The liberal Princeton/NY Times professor just delivered his inaugural lecture asking the question (the almost-rhetorical question) Do We Face Secular Stagnation?

It follows on from his books The Age of Diminished Expectation, the Return of Depression Economics and articles like Is Capitalism Too Productive? The Myth of Asia’s Miracle and – suggested title – What Are You Laughing At, Can’t You See the State We’re In?

His proposition is that the glory days are behind us, that each recession has been harder to get out of than the last, that we will have extended periods of low-to-no growth, and that under-employment will create “dreary lives” for large numbers of people – because politicians will not listen to him and his $300bn job-creation schemes.

If Labour can get him onto a stage with Ed Miliband, the election will be in the bag. For the Tories.

He talked about the impulses to “austerity” saying that it’s as though governments want to engineer a gratuitous recession in order to have a pre-election year boom, “like the Government has done here” (cosy laughter from the full-to-overflow hall).

Small, bearded, charming, Prof Krugman looks like the oceanographer in Jaws. Remember, that clever fellow, expert in his field, ran up and down the beach warning the pleasure-seekers there was a giant shark out there waiting to devour them.

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Even Labour MPs See Falling Unemployment, Economy Growing

comres-expectations

As the economy grows, Labour’s poll lead disappears…

UPDATE:  Note the 4% of Tories who think unemployment and economic growth are going to get worse are more pessimistic than their LibDem colleagues.

 

IMF Contemplating Mass Expropriation in €-Zone

IMF-exproriation

Christine Lagarde the French chief of the IMF narrowly escaped being charged recently. Her candidacy’s main cheerleader for the IMF was George Osborne, Guido had his doubts at the time. The IMF is searching for a solution for debt laden European states to stop the €uro collapsing. Stop spending more than you tax is considered naive – how will the ruling elites get re-elected if they stop bribing the electorate with their own children’s money? Option 6 in the IMF’s discussion paper on the subject is brutally straight-forward. The final act of financial repression is to steal from everyone who has savings with a 10% wealth tax.

You have been warned now – just like Cypriot political insiders were – don’t keep any capital in €urozone banks. The IMF argues that the element of surprise is essential for the success of a capital levy…

Brown’s Favourite Economist David Blanchflower Wrong Again
Economist Who Advised Brown To Privatise, Ronald Coase R.I.P.

Yet another installment in the series of David Blanchflower’s Terrible Tips. The former Prime Mentalist’s favourite former appointee to the Bank of England’s Monetary Policy Committee got his faulty crystal ball out again at the end of March, predicting growth for the year of 0.2%. In April he said that a triple dip remains a real prospect. In May he nearly fell over laughing at the suggestion a recovery was in sight. He regularly predicted rising unemployment, when it fell. So did he fare any better this time round?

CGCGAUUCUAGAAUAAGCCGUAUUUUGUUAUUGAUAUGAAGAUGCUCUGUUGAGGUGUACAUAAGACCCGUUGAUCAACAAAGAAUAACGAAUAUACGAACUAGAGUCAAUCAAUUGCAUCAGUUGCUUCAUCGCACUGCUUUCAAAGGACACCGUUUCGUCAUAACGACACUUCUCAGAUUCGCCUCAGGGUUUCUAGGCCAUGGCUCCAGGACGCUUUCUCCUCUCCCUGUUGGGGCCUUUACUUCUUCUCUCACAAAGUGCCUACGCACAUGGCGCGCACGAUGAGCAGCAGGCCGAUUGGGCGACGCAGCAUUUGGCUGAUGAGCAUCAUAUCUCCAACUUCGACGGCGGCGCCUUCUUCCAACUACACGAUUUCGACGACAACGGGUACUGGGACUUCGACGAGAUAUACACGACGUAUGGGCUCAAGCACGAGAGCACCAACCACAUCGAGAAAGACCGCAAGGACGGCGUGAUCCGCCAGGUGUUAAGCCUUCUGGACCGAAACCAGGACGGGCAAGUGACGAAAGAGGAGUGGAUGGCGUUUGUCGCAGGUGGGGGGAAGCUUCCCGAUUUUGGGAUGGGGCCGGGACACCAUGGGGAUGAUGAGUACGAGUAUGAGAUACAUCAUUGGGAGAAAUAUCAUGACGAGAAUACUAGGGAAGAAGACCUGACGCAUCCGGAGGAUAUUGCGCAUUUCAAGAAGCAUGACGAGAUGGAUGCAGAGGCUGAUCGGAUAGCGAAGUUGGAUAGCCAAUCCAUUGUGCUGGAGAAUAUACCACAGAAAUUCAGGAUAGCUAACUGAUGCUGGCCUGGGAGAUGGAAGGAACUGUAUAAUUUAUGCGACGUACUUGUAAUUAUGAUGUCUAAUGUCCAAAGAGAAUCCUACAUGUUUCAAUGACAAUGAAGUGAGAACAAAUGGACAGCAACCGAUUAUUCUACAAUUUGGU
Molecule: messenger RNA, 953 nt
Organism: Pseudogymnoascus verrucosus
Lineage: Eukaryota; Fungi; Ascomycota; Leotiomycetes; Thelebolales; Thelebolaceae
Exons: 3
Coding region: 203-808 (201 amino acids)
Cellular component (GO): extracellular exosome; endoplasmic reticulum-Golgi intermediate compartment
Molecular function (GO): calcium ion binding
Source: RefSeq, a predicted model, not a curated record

Well this week the OECD doubled its outlook for UK growth to 1.5%, now the OECD expects Britain to even outstrip Germany and France over 2013. What’s more, in the last quarter, the UK grew at an annualised healthy 4.5%, with growth across all sectors. The fastest for decades. Even Ed Balls now admits we are on the road to recovery…

Ronald Coase Obituary

David Blanchflower is a poor excuse for an economist, compared to Ronald Coase, who sadly died on September 2nd aged 102. The Nobel prize winner enjoys nowhere near as much fame as media-savvy left-wing economists like Blanchflower. Coase should be more famous because it was his idea originally to sell off radio spectrum rights, a policy idea which led to Gordon Brown raising £22.5 billion from the privatisation of the 3G spectrum. The greatest one-day privatisation ever seen in Britain, carried out by a socialist. That was genius… 

AP Changes Password

One hacked tweet yesterday and the DOW plunges 100 points, only to regain it all in a matter of minutes. The AP twitter account has been restored this afternoon, the offending tweet deleted, and normality returns to the markets…[…]

Talking Balls

It was less than fifteen minutes after the GDP news was announced before Balls’ people started calling for more borrowing and spending on the back of the news:

[…]

+++ GDP UP 1% +++
Above Expectations, GDP Flat Year-on-Year

[…]

David Blanchflower’s Terrible Tips

Whenever Gordon Brown’s favourite former appointee to the Bank of England’s Monetary Policy Committee, David Blanchflower, makes a prediction, it’s probably a safe bet to expect the exact opposite to come true. Back in 2009 the out-of-luck economist looked into […]



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Andrew Neil on the dying Dead Tree Press